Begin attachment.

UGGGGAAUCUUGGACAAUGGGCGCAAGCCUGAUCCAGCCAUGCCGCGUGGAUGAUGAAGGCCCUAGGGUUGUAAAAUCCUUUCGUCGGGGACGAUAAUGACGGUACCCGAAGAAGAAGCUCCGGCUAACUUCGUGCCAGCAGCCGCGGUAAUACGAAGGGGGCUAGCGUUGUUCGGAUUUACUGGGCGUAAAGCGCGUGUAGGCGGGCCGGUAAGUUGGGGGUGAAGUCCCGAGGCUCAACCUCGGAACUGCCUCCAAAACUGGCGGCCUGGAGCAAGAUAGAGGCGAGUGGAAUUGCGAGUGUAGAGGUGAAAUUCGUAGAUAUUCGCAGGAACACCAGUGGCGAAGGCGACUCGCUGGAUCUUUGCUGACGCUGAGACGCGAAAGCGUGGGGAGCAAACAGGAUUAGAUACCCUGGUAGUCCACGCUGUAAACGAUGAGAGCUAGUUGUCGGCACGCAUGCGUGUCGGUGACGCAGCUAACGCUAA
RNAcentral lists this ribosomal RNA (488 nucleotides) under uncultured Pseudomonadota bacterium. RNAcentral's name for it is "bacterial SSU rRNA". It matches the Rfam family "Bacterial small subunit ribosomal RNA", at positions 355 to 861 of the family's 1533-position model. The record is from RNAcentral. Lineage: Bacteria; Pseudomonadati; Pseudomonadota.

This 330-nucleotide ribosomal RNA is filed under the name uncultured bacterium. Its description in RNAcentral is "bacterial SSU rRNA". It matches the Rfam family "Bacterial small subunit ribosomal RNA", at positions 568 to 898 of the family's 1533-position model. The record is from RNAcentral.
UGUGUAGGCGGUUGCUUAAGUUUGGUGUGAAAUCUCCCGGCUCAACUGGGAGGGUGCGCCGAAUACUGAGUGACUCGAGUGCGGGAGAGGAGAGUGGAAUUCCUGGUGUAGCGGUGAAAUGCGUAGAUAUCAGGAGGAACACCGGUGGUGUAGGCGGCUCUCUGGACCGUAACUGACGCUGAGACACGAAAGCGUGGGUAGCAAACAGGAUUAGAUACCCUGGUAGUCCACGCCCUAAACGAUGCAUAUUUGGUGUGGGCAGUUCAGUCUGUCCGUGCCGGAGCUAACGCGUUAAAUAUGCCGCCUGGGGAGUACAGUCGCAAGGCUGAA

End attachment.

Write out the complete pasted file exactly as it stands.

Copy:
UGGGGAAUCUUGGACAAUGGGCGCAAGCCUGAUCCAGCCAUGCCGCGUGGAUGAUGAAGGCCCUAGGGUUGUAAAAUCCUUUCGUCGGGGACGAUAAUGACGGUACCCGAAGAAGAAGCUCCGGCUAACUUCGUGCCAGCAGCCGCGGUAAUACGAAGGGGGCUAGCGUUGUUCGGAUUUACUGGGCGUAAAGCGCGUGUAGGCGGGCCGGUAAGUUGGGGGUGAAGUCCCGAGGCUCAACCUCGGAACUGCCUCCAAAACUGGCGGCCUGGAGCAAGAUAGAGGCGAGUGGAAUUGCGAGUGUAGAGGUGAAAUUCGUAGAUAUUCGCAGGAACACCAGUGGCGAAGGCGACUCGCUGGAUCUUUGCUGACGCUGAGACGCGAAAGCGUGGGGAGCAAACAGGAUUAGAUACCCUGGUAGUCCACGCUGUAAACGAUGAGAGCUAGUUGUCGGCACGCAUGCGUGUCGGUGACGCAGCUAACGCUAA
RNAcentral lists this ribosomal RNA (488 nucleotides) under uncultured Pseudomonadota bacterium. RNAcentral's name for it is "bacterial SSU rRNA". It matches the Rfam family "Bacterial small subunit ribosomal RNA", at positions 355 to 861 of the family's 1533-position model. The record is from RNAcentral. Lineage: Bacteria; Pseudomonadati; Pseudomonadota.

This 330-nucleotide ribosomal RNA is filed under the name uncultured bacterium. Its description in RNAcentral is "bacterial SSU rRNA". It matches the Rfam family "Bacterial small subunit ribosomal RNA", at positions 568 to 898 of the family's 1533-position model. The record is from RNAcentral.
UGUGUAGGCGGUUGCUUAAGUUUGGUGUGAAAUCUCCCGGCUCAACUGGGAGGGUGCGCCGAAUACUGAGUGACUCGAGUGCGGGAGAGGAGAGUGGAAUUCCUGGUGUAGCGGUGAAAUGCGUAGAUAUCAGGAGGAACACCGGUGGUGUAGGCGGCUCUCUGGACCGUAACUGACGCUGAGACACGAAAGCGUGGGUAGCAAACAGGAUUAGAUACCCUGGUAGUCCACGCCCUAAACGAUGCAUAUUUGGUGUGGGCAGUUCAGUCUGUCCGUGCCGGAGCUAACGCGUUAAAUAUGCCGCCUGGGGAGUACAGUCGCAAGGCUGAA